Both the Maltese and the Coton de Tulear are small dogs, but the Coton de Tulear is slightly bigger.

We compared the height and weight of the Coton de Tulear in the table above, but here’s a recap.

The Coton de Tulear weighs between 8 and 13 pounds, while the Maltese falls at 4 to 6 pounds. The Coton de Tulear is also 2 inches taller. 

For many pet parents, this size doesn’t matter. Because the Maltese is more popular, some might assume the Coton de Tulear is a bigger Maltese or a Maltese mix.

But those who are more particular about little details will find this information useful. 

AKC Group

The American Kennel Club recognized the Maltese and the Coton de Tulear under two different groups.

The Maltese is a toy group, while the Coton de Tulear is in the Non-Sporting Group.

Chances are, the latter was found to be too big to fit as a Toy, hence the different classification. 


The Maltese tends to be more energetic than the Coton de Tulear and may sometimes be more playful.

Either way, both don’t need a high level of exercise because of the small size.

They can’t go jogging, hiking, or any intensive activity. Those are best reserved for working dogs. 

For the Maltese and the Coton de Tulear, ensure you give them daily walks for at least 30 minutes. It can also join in some games or play with the family.

When outdoors with either the Maltese or the Coton de Tulear, put them on a leash so they won’t wander.

If you’re at a dog park or you have a yard they can play in, watch out for dognappers. 


There’s hardly any difference between the Maltese and the Coton de Tulear in terms of temperament.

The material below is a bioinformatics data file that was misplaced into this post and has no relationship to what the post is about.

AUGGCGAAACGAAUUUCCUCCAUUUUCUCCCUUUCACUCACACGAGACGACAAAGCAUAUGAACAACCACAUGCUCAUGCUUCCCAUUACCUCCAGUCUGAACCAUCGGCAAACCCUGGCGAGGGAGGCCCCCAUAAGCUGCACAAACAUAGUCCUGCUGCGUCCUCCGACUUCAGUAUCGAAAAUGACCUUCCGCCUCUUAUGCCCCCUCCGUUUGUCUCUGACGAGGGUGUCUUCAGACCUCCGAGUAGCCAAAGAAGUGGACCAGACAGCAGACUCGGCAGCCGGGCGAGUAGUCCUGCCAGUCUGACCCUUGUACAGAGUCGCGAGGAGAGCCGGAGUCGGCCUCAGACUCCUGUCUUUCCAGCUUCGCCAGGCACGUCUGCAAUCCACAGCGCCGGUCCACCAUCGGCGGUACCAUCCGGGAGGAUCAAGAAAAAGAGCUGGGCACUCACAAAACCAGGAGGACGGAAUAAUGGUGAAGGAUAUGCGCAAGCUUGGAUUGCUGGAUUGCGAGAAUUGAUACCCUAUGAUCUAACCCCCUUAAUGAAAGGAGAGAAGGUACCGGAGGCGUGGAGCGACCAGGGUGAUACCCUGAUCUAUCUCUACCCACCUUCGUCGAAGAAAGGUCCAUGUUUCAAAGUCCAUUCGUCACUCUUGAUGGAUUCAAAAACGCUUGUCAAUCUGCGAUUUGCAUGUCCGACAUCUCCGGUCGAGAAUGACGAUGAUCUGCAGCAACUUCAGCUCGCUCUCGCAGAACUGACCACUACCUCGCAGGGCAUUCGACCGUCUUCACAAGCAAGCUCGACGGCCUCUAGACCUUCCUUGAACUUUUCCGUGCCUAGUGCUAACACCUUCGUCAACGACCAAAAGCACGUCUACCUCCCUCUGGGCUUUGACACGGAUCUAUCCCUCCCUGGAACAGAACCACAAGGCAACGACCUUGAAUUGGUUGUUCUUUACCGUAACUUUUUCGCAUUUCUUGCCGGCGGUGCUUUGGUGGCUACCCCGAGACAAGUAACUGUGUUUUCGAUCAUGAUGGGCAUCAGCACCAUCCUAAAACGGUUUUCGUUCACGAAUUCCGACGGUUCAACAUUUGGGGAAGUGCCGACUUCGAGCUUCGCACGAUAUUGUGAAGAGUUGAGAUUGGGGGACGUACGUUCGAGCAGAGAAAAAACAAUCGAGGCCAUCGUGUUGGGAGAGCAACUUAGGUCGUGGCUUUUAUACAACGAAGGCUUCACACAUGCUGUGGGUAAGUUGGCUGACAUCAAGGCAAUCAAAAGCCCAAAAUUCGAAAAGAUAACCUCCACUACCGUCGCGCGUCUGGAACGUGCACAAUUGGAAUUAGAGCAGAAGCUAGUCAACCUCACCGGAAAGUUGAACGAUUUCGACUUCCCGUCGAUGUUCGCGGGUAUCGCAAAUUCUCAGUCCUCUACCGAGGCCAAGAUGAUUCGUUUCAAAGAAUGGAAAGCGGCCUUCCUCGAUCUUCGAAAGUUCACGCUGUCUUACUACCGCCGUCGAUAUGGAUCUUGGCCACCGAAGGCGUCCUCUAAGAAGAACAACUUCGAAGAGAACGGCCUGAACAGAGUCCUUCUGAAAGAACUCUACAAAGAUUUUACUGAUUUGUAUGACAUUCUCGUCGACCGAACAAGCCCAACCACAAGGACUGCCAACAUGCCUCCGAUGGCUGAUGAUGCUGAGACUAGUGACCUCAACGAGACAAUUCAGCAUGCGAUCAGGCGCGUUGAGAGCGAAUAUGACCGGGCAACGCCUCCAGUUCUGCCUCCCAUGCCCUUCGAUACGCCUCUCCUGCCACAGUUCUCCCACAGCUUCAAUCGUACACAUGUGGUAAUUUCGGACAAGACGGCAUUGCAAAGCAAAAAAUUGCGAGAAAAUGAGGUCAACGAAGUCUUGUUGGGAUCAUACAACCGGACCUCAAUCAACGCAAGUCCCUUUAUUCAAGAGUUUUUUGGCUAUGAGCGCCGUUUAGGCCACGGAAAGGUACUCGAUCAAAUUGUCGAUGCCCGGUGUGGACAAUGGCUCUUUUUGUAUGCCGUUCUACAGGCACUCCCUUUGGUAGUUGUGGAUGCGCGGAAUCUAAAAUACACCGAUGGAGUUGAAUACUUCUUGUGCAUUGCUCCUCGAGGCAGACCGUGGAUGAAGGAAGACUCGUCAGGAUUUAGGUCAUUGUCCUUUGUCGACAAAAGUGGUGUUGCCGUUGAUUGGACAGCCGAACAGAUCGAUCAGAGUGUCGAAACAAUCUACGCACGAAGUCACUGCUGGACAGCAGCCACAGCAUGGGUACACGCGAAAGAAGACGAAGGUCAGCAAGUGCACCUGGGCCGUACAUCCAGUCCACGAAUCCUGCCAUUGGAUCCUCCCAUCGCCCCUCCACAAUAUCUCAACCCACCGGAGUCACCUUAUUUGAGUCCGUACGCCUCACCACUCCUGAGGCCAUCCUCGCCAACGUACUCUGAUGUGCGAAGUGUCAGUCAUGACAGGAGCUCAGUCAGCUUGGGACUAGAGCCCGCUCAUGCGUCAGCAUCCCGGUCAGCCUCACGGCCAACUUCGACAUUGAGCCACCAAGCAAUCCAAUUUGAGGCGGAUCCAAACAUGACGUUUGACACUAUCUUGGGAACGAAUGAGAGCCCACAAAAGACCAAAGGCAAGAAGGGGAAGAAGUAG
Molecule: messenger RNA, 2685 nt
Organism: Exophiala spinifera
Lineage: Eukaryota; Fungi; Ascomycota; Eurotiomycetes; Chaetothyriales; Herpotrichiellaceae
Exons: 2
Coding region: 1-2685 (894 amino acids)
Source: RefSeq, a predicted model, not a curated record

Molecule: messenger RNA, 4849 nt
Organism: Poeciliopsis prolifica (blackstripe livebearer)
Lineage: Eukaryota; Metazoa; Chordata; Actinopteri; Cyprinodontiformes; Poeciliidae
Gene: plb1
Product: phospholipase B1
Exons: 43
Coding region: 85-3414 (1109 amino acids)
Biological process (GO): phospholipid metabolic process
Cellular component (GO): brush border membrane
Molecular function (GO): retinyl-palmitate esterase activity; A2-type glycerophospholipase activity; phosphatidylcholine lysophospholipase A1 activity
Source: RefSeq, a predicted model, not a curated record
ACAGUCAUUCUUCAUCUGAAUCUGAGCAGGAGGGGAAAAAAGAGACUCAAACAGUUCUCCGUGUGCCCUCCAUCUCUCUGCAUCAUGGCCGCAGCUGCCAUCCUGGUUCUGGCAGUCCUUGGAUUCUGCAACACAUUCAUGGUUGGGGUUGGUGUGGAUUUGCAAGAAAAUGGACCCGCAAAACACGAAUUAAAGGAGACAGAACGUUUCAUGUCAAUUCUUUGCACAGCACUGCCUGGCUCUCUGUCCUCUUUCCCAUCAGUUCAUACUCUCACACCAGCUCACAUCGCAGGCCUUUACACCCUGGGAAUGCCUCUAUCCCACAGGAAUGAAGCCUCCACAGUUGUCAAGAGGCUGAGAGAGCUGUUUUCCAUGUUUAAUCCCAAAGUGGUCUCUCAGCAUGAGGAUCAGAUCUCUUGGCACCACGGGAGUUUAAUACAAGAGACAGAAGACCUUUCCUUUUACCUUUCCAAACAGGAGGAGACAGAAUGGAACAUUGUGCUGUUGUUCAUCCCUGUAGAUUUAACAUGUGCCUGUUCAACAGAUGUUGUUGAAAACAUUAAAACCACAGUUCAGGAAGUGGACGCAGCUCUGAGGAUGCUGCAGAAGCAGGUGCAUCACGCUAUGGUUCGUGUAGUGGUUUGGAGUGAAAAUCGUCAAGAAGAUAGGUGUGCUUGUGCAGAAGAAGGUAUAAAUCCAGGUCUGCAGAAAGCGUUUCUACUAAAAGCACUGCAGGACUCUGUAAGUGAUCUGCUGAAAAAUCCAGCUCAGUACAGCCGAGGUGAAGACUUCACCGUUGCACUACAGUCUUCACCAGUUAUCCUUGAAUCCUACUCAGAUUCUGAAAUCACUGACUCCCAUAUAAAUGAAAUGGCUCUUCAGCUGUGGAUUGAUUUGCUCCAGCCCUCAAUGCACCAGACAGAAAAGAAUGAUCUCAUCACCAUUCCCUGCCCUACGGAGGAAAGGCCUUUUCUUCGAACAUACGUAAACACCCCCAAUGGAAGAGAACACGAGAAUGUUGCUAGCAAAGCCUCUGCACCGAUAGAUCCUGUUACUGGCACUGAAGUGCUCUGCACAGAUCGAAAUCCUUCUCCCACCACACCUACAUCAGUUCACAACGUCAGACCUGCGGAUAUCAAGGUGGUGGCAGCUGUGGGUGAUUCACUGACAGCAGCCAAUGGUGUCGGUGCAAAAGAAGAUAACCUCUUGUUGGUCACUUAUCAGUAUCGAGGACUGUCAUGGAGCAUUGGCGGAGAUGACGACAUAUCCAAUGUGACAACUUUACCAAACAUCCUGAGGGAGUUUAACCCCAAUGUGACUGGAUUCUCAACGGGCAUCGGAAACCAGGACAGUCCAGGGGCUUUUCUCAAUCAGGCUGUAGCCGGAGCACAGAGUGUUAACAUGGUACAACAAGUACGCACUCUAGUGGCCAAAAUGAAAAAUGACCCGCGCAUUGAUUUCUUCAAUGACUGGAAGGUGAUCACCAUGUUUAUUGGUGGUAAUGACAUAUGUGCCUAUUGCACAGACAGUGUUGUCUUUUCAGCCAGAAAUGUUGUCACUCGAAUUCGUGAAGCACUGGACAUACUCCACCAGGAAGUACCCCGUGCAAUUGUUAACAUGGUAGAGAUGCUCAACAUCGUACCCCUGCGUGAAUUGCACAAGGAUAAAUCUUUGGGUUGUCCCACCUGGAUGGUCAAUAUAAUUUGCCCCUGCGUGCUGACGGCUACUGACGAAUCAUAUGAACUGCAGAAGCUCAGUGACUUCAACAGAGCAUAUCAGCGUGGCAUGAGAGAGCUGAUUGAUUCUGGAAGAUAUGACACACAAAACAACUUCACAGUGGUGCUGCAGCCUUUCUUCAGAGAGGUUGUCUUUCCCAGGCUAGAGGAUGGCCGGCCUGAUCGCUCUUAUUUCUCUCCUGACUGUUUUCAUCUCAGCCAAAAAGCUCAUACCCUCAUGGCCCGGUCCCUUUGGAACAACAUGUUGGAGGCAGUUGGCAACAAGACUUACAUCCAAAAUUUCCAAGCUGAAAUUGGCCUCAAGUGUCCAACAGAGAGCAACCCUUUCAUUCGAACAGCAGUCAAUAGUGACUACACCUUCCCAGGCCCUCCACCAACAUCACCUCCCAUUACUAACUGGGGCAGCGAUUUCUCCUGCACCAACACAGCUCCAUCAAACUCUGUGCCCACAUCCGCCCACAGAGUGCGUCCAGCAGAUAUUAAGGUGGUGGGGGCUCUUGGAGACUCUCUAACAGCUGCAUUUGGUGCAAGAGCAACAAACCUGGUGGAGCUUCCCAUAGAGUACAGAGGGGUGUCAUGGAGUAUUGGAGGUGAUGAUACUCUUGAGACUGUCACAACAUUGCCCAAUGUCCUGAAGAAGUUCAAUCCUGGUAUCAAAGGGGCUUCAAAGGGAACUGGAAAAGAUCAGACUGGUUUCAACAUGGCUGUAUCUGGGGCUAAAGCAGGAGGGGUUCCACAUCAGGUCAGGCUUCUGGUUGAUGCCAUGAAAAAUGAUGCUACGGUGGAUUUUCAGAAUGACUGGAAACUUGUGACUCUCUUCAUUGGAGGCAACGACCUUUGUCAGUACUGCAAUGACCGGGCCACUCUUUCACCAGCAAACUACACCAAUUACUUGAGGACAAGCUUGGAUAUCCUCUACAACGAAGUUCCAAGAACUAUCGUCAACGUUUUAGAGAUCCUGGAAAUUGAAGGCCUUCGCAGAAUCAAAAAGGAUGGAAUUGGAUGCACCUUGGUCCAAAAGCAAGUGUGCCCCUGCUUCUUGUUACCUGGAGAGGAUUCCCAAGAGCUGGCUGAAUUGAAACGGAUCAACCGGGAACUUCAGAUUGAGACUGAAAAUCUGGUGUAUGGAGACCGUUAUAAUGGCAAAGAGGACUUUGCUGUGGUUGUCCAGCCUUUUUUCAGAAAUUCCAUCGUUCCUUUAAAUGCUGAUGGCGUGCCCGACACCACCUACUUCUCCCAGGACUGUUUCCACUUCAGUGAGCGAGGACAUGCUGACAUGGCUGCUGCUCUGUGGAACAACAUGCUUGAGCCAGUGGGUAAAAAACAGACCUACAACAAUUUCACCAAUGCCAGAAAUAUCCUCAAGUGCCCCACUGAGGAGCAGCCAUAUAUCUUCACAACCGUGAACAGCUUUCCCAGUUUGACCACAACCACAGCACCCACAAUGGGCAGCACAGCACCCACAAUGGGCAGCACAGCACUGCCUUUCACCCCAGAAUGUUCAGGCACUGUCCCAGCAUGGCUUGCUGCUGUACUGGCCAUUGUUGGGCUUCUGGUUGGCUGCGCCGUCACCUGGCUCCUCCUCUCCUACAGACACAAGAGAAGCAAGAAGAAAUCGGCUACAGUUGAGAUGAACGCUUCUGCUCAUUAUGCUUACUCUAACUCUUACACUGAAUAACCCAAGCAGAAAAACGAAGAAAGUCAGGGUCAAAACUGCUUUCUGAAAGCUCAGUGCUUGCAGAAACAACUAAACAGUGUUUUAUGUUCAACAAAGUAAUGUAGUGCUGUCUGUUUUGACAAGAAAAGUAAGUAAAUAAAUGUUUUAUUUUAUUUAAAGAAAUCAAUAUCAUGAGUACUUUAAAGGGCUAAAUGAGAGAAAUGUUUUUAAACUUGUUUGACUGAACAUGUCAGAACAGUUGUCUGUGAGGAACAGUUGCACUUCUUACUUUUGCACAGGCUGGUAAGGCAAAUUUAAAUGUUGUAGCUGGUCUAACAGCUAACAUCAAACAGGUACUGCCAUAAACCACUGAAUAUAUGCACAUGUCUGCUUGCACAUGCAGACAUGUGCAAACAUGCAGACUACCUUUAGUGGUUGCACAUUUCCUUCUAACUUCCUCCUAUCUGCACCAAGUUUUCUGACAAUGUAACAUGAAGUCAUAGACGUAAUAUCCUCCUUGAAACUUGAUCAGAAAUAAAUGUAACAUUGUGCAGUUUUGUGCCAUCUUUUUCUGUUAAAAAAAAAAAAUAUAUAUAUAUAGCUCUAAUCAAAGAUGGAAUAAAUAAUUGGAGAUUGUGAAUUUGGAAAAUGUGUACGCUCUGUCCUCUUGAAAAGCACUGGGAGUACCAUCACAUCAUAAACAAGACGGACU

Both are affectionate, people-pleasers, and clingy. They are also intelligent and can suffer from separation anxiety. 

That said, the Coton de Tulear tends to be more spirited than the Maltese and can sometimes be tough. However, it tends to be on the calmer side compared to the Maltese. 

Coat Type and Color

The Maltese and the Coton de Tulear have the same white color, but the coat texture isn’t the same.

The Maltese has a long silky coat, while the Coton de Tulear has a short soft coat.

Both are low shedders and are considered hypoallergenic, but their coats aren’t easy to take care of.

The Maltese has a higher grooming need, though. It should be brushed daily so the coat won’t get tangled. It should also be bathed like once a week.

The Coton de Tulear should be brushed three to four times a week and doesn’t require as many baths as the Maltese.  


Both breeds are excellent for first-timers because they are both intelligent and easy to train. They love pleasing their owners and are generally cooperative. 

Because of their lovely nature, many people succumb to the temptation of spoiling them. However, the best thing you can do to these dogs is to train them, not overpamper them. 

Though friendly, these dogs should be socialized to avoid shyness developing.

By taking them out to meet new people, they easily learn to accommodate strangers, and their sweet side will show. 

Obedience training is necessary, as well as house-training because these two breeds are often indoors.

Teach them basic commands to obey, and how to behave indoors (including where to take care of potty business). 

Overall, there isn’t any noticeable difference in the trainability of these breeds. 

Friendliness towards kids and pets

The Maltese and Coton de Tulear are both friendly towards kids, but they don’t do well in a house with toddlers.

They are more suitable for older kids, though the Coton de Tulear can tolerate noisy toddlers better than the Maltese as long as they don’t mistreat it.